By Col. Johnnie Martinez
19th Operations Group commander
Throughout the past couple of weeks, we have sent off a large contingent of deployers and also welcomed back many members of our 19th Airlift Wing team from deployment. For many it was their first deployment, and for a greater majority this was one of many deployments. In either case, you could feel the pride emanating from each and every person as they either looked forward to what they were about to do or recounted what they had just accomplished. These events bring home the reality of what we, as Airmen, have volunteered to do in service to our country. It also brings to the forefront the need to maintain a warrior ethos amongst our ranks as we provide Global Vigilance, Global Reach and Global Power for our great nation. Sometimes we lose sight of that need to cultivate the warrior spirit as we get trapped in the daily grind here at Little Rock Air Force Base. However, this warrior code drives who we are as a service and why all of you do what you do each and every day. That is why it is important to recalibrate how we view our warrior culture as it relates to our mission and people.
Our charge, as Airmen, is to fly, fight and win. In order to accomplish this, we need to focus on how we contribute to the wing’s mission of providing combat capability. Make no mistake about it; each and every one of you is an important member of the Black Knight’s and our larger Air Force team. It is imperative that you understand where you fit in this puzzle. I believe that this is the mission crux of the warrior tenant, making sure everyone understands how they contribute to the “fight.” It is not just aircrew or maintenance personnel that make the mission happen, it is the “unseen” pieces that make mission success a reality. Many of you understand where you fit in this effort and how you contribute, but I’m sure there are probably a larger number of people who don’t. Therefore, it is important that we help educate each other on how integral each piece is to our success and foster that warrior ethos across our wing as it relates to the mission. Just as important, however, is making sure everyone understands what this warrior spirit entails for our people.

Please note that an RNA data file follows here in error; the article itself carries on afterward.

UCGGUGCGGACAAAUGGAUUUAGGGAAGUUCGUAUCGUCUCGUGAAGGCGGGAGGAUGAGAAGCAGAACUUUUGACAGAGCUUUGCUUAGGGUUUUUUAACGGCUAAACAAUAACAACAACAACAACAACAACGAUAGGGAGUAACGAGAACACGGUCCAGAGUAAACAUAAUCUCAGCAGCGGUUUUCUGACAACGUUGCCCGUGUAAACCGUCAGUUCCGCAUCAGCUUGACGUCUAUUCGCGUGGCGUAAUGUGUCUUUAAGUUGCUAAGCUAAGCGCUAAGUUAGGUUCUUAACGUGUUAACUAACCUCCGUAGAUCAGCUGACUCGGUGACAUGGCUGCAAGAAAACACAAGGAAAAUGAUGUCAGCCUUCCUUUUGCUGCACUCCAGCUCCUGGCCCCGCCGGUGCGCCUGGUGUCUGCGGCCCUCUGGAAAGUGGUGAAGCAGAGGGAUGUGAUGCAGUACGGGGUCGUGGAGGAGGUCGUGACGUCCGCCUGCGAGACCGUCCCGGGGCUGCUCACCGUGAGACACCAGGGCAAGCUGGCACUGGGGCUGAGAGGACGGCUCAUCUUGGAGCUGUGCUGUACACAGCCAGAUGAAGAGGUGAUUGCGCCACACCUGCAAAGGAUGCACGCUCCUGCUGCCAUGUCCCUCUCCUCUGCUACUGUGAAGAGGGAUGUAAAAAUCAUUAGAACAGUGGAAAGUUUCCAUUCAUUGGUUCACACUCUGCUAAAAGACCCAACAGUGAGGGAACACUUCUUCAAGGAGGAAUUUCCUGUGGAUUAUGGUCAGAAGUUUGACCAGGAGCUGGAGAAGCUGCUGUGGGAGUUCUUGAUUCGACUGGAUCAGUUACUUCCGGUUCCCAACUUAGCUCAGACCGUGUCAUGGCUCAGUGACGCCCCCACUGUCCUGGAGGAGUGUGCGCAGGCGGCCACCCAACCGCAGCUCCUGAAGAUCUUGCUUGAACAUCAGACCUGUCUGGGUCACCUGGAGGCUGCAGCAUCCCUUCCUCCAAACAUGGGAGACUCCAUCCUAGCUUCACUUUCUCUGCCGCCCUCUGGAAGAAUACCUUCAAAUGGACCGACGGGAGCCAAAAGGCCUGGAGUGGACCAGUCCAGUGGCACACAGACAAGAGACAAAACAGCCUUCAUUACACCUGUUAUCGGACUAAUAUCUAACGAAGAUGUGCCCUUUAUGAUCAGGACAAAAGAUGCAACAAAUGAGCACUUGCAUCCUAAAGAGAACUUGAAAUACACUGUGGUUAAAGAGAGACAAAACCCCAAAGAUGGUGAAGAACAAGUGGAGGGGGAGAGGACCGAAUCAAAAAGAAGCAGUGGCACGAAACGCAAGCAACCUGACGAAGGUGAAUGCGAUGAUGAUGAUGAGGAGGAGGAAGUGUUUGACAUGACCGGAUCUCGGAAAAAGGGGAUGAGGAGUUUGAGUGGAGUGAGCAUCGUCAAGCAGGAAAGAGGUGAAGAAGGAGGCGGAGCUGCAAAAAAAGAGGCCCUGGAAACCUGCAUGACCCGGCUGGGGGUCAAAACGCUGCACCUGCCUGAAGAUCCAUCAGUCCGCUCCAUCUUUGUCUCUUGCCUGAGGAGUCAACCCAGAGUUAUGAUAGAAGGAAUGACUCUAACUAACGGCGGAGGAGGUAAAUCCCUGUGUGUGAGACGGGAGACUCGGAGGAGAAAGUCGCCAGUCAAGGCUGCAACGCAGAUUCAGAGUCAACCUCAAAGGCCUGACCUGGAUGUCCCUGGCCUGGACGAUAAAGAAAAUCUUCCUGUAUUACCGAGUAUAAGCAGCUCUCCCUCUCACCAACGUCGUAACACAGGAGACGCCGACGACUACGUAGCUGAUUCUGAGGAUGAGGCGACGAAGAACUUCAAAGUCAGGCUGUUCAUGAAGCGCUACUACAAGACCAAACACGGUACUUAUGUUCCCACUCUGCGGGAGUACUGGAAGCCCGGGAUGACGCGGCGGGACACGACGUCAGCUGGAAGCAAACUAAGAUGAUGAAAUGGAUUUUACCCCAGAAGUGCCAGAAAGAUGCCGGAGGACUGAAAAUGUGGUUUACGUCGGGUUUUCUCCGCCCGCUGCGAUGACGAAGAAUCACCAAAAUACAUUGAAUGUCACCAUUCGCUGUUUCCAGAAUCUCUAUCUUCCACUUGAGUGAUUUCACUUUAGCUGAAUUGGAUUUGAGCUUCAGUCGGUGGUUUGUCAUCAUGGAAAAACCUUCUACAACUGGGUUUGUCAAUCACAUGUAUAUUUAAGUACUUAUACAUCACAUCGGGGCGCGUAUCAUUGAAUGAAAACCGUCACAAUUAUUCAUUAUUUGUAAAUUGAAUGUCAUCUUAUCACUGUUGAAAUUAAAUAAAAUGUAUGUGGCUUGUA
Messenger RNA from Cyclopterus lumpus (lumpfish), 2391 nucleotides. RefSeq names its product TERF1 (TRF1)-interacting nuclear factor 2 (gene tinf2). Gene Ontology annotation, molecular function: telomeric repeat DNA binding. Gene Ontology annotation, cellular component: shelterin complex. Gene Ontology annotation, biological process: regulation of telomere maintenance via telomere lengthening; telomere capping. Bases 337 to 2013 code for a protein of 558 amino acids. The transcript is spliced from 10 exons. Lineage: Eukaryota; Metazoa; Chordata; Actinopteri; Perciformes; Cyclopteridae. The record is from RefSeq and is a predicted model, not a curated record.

As Airmen, we are trusted to foster a climate of respect and dignity for all our members. This is built through inclusion and trust, not by creating an environment akin to the “good old boys club.” Too many people believe a warrior’s mentality is predicated on that type of environment, but that is farthest from the truth. Our warrior tenants, with respect to people, demand that we cultivate wingman practices of taking care of each other. We must drive out those types of unacceptable behaviors, such as sexual assault, that do not adhere to our principles of decency. Making sure everyone truly understands this warrior ethos and what it means to be a tightly knit band of warriors will help us combat these problems and hopefully put us on a path to eradicate them. We need everyone’s help to foster this type of environment if we are to solve these problems. We are all part of the solution.
I ask that you keep these thoughts I’ve laid out in mind as you go through your daily routines. Knowing where you fit into the mission and building that sense of trust with your fellow Airmen will go a long way in keeping us focused on that warrior ethos and ultimately enhance your already outstanding record of performance. Remember, what you do is important and as our Chief of Staff of the Air Force, Gen. Welsh, recently stated, “Airpower, because without it you lose.”